the exercises and entertainments held in the amphi-
theater. The Saturday attractions are especially
strong, Orators of national reputation, the most
popular singers in our land, the best male quartets,
ladies' quartettes and conibert companies, readers,
impersonators, humorous entertainers, soloists and
full orchestra, illustrated lectures and moving pic-
tures, give to each Saturday a distinctive touch;~
each of the seven excelling the others in some par-
ticular quality.


THE FLORIDA


Chautaurlua Vesper Teinple

will be begun by Dr. Fitzgerald :S. Parke, of Tieni-
nessee, Assistatnt Secretary of ~the Epworth League
of the MIethodist Episcopal~ Church,~ South, who will
take as his tbene the Literary` Form of the Bible
as an aid to .devniotiozial reading, -and -continued by
Dr. J. W. Walden, President of Palmer College, a
well-known Bible exponent of our country; Dr. John
Addison Seibert, of Kansas, a celebrated traveler in
the Holy Lands, and prominent Chautauqua' lecturer
on Scriptual subjects, gives an interesting series of
helpful lectures, Dr. J. B. Shearer, i'ofessor of
Biblical Literature in Davidson College, North Caro.
lin~a, and the author of many important books on
Scripture IStudy, will give a course of lectures on
Studies in the Life of Christ. Dr. Alfred Kummer, of
Indiana, gives a series of lectures on practical topics.
Dr. O. C. McLean, of Chicago, throws his strong char.
acter and personality into the vital subjects of our
religious life, and Dr. J. T. Tender marks the clos-
ing of one of the strongest lists of Biblical exponents
ever offered on any Chautauqua platform.


The Pagoda by the Lake

dj~ltWRY '69 289*,
During the past year the Presbyterians of this
region have begun the work of building up. a first-
class college. -TheyT have a beautiful property of~
twenty-five or thirty acres, with commodious build-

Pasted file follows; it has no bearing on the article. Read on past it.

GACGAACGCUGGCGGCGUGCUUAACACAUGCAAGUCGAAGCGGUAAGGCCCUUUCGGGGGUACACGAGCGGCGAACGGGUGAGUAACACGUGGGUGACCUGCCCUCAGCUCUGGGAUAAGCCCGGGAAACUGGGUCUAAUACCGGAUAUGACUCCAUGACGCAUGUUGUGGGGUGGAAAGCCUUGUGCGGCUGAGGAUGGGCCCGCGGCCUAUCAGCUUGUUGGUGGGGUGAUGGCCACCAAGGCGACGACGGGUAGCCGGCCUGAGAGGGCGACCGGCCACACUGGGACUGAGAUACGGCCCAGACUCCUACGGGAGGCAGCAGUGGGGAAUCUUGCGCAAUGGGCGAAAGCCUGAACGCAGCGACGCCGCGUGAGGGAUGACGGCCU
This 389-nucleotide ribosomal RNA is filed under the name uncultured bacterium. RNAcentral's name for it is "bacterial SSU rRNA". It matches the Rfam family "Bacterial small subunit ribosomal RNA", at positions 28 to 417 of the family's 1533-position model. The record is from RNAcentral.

ings, two squares from Chautatuqua Lake. For the
present, under college control, a high-grade academy
is being maintained as initiating and -preparatory
to the early organization of regular college classes.
The acadeniy (Mr. G. Clyde Fisher, A.B., Principjal)
is well attended and~has already~ an advanced class v.l
which is doing freshman college work. The .preall .
dent of the college, Rev. J. W. Walden, D.D., is at
work canvassing for a permanent college endowment.
Those from the North and West wishing to spend
the winter in De Funiak will find in Palmer College
Academy good school advantages for their sons and
daughters of any age.


Btary iillling.
Pearl Carpenter will also hold a story-telling hour.
Her work extends over a wide field, and her reper-
toire of more than seventy tales embraces such sto'
ries as are calculated to stimulate the children's im-
agination, love of animals, reverence for the good
and courageous and all like virtues. In addition to
the usual fairy tales of Greek and Roman Mythol-
ogy, Mliss Carpenter has adapted selections from the
more difficult authors, such as Ruiskin, Kingsley alnd
Kipling

~~iblP$ stb
The Devotional and Biblical Hour, heM -each morn-
ing at 10 o'clod~ in thre Auditorium, is in the, hands
of leading Bible students,. and abiding good should